Finally, I ran the shell on that output, resulting in files with names like these interleaved ones, from somewhere in the middle:
def aatrans ( nr ) : qq = nr // 26 rr = nr % 26 return atoz[qq] + atoz[rr]
(At some point, I'll figure out how to put the python source code somewhere on the web. Note that it doesn't include the bulk renames and sips data extraction.)
cvlmx50622.jpg cxsony6314.jpg cylmx50623.jpg czsony6315.jpg dalmx50624.jpg dblmx50625.jpg dcsony6316.jpg ddsony6317.jpg
My favorite part of this is how well the time-alignment was demonstrated. After aligning the photos via the chicks, I went back and looked at this sequence of photos taken as we were climbing the snow and rocks towards Burro Pass. I took a photo of Ben, way up on the rocks above us, then I zoomed way in and took another one, nine seconds later. In between those two shots, the sorting program placed the picture that Ben took, of me taking one of those pictures! Here's that sequence:
The summary: Daylight Savings Time is not symmetrical around the solar calendar — it does not "surround" the days of longest light as one might expect if one hasn't thought about it. So if you like to do outdoors stuff (e.g., hiking or mountain-bike riding) while it's light out, especially mid-week after work, the time to get started with that sort of outdoors stuff is NOW.
Some details: If we were to start DST at the spring equinox and end it at the autumn equinox, then it would be close to symmetric in the sense I'm talking about. Around the day we spring ahead into daylight savings time, sunset would change from being (say) 6:10 to being 7:10; and the day we fall back to winter time, it would go from 7:10 back to 6:10.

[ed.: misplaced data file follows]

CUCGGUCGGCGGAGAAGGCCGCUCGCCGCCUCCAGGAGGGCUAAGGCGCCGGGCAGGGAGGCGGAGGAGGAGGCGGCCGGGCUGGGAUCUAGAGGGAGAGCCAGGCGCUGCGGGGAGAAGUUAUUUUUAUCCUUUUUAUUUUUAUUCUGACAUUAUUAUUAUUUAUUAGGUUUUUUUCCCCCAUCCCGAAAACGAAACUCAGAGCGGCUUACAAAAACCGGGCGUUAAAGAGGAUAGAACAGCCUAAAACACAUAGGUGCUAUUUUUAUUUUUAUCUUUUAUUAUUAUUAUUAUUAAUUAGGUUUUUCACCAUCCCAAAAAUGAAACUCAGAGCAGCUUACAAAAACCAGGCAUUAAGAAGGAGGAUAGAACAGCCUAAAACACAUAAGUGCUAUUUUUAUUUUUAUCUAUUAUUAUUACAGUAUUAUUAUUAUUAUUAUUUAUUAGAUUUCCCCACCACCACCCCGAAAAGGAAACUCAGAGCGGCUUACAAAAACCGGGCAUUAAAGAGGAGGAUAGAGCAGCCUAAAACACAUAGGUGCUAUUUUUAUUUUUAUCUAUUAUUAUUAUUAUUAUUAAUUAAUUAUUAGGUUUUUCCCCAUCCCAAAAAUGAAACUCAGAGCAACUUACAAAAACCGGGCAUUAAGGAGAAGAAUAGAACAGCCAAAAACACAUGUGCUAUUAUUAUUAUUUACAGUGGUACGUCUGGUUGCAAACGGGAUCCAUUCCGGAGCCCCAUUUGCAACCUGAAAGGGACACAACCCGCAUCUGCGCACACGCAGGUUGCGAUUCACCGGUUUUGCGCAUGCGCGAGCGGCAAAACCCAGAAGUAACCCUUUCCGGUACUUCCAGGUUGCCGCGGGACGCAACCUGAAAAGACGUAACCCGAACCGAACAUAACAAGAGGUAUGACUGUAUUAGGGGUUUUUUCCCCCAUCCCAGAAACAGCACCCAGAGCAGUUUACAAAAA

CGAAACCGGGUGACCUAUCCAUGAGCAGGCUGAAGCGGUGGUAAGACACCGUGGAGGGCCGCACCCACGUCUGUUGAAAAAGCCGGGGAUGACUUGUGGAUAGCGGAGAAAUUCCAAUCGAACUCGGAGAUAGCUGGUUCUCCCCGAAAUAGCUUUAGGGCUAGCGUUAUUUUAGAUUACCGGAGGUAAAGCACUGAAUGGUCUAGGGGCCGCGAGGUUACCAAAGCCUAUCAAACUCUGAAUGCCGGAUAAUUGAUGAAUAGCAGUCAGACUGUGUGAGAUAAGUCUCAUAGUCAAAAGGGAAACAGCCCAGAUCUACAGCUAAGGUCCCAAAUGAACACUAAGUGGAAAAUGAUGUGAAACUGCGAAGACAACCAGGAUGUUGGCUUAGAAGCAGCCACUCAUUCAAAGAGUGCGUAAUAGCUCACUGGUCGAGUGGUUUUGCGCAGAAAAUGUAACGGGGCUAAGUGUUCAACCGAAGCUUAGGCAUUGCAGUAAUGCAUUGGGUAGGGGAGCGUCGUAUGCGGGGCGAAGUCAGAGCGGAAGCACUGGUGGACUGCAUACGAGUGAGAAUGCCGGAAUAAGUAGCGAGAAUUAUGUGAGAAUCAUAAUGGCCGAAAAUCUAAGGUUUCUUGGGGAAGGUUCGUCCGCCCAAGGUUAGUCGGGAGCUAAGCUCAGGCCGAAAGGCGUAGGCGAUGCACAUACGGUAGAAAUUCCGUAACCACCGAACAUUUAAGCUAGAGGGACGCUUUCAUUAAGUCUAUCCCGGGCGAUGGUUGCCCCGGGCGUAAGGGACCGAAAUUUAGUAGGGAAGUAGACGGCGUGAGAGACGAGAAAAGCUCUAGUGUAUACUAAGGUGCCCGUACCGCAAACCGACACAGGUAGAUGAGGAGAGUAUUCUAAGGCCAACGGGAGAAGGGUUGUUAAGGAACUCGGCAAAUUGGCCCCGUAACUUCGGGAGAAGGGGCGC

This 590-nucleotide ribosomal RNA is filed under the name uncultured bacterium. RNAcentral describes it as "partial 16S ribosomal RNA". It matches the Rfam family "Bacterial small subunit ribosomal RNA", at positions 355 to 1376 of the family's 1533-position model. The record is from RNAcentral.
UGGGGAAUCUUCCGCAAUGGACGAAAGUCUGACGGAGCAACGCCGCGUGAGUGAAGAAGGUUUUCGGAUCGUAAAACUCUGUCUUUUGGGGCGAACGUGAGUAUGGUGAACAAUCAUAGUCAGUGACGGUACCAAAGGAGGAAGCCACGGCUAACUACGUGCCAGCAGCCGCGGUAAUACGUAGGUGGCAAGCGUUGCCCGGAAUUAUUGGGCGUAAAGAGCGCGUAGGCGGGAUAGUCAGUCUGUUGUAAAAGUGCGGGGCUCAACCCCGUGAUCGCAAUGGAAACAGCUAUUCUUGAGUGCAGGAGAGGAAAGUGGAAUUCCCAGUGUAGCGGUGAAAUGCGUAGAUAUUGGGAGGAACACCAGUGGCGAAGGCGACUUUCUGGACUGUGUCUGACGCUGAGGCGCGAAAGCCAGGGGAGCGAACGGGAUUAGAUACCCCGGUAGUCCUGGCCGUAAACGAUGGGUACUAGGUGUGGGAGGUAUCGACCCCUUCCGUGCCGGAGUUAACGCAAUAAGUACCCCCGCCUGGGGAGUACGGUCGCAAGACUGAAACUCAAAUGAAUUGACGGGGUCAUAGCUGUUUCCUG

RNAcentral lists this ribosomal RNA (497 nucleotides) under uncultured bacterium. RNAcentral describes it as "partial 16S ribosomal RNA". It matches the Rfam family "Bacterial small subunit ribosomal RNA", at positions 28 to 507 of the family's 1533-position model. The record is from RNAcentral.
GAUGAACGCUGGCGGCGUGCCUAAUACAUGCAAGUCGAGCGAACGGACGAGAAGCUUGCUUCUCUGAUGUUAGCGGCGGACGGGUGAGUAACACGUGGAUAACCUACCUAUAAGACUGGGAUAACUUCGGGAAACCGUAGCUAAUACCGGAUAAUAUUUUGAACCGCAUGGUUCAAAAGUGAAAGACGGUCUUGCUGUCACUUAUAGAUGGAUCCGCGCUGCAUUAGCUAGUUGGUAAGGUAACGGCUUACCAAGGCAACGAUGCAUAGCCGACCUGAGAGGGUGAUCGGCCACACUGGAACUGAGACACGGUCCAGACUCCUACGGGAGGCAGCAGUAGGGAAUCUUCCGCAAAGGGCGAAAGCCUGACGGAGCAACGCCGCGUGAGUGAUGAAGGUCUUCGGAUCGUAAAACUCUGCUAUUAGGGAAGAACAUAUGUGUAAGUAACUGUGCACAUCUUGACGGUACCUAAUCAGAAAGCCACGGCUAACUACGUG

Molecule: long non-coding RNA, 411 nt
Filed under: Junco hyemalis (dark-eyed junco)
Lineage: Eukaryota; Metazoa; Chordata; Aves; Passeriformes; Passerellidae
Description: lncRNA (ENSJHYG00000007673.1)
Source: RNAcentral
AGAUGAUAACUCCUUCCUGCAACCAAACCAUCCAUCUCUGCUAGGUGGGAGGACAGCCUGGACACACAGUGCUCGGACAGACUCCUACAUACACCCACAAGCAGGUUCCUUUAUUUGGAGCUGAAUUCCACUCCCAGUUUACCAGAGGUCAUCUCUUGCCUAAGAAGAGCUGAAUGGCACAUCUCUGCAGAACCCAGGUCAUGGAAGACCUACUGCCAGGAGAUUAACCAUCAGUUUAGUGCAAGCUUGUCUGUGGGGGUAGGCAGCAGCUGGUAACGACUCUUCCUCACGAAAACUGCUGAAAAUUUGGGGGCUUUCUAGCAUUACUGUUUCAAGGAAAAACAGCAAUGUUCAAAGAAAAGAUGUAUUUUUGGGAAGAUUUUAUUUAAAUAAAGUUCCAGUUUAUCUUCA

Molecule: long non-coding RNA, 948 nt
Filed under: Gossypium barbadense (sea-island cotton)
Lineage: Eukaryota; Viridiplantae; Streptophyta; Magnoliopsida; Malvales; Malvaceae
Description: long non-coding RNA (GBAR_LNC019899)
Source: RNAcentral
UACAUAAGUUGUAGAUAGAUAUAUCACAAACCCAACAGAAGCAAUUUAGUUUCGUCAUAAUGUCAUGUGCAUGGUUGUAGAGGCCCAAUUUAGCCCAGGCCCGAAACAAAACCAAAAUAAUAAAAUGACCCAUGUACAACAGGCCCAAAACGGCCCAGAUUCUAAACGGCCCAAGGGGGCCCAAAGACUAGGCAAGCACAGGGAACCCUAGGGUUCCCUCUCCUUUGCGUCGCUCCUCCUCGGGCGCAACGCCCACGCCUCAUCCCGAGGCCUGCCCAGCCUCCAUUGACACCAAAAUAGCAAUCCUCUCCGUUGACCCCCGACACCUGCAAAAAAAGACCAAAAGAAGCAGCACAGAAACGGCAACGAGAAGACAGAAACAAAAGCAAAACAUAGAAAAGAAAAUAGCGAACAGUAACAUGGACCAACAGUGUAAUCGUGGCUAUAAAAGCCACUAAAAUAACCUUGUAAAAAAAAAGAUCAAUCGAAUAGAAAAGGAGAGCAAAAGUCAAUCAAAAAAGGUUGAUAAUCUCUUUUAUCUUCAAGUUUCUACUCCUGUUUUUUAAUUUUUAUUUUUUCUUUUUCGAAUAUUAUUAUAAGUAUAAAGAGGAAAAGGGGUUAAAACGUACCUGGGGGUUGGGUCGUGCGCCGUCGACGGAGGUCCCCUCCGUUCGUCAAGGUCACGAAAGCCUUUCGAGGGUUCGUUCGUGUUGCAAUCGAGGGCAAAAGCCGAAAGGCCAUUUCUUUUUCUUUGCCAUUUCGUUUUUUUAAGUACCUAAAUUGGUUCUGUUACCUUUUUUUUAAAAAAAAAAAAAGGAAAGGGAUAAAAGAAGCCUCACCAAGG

But we don't do the DST changes symmetrically around the equinoxes: we spring ahead in early March, roughly one or two weeks before the after the spring equinox, and we fall back in early November, around six or seven wo weeks after the fall equinox. This means that it's lighter later into each day at the start of DST than it is at the end. In fact, a little bit of trigonometry (or some actual observation) will tell you that the equinoxes are the times of the fastest change in the days' lengths, so it's lighter a lot later at the start of DST than at the end.
Around here (San Francisco Bay Area), the springtime change this year (2009) made our notion of sunset change from 6:10pm to 7:10pm. So it's already worth getting out for a short (60- to 90-minute) hike or ride after work even if you have to work until 6:00pm.
By contrast, the autumn change around here, this year, makes our label for "sunset-time" change from 6:10pm to 5:10pm. So that's a full hour's difference, compared to the springtime change. It generally means that despite the usually dry autumn weather we get, those of us who have to work until 6:00pm or later have few choices by October — learn to like riding with lights (and to find places where it's legal), or stick to riding or hiking only on weekends, "hookey" weekdays, or long "lunch"es.
Bottom line: For those of us for whom snow is not an issue, the dry parts of March or April are the time to start those after work hikes or rides.
So after years of writing the occasional exhortation/warning about this, I finally wrote an app engine app to display the sunrise and sunset data graphically, so you could more easily eyeball and internalize the asymmetry. Here's the link: DST Asymmetry. It's somewhat fragile at the moment, and still has a couple of extraneous debugging links and a css that, um, could be nicer.
With line at 5:30pm:
With line at 6pm:
zsh: missing end of nameThe command line was something like this: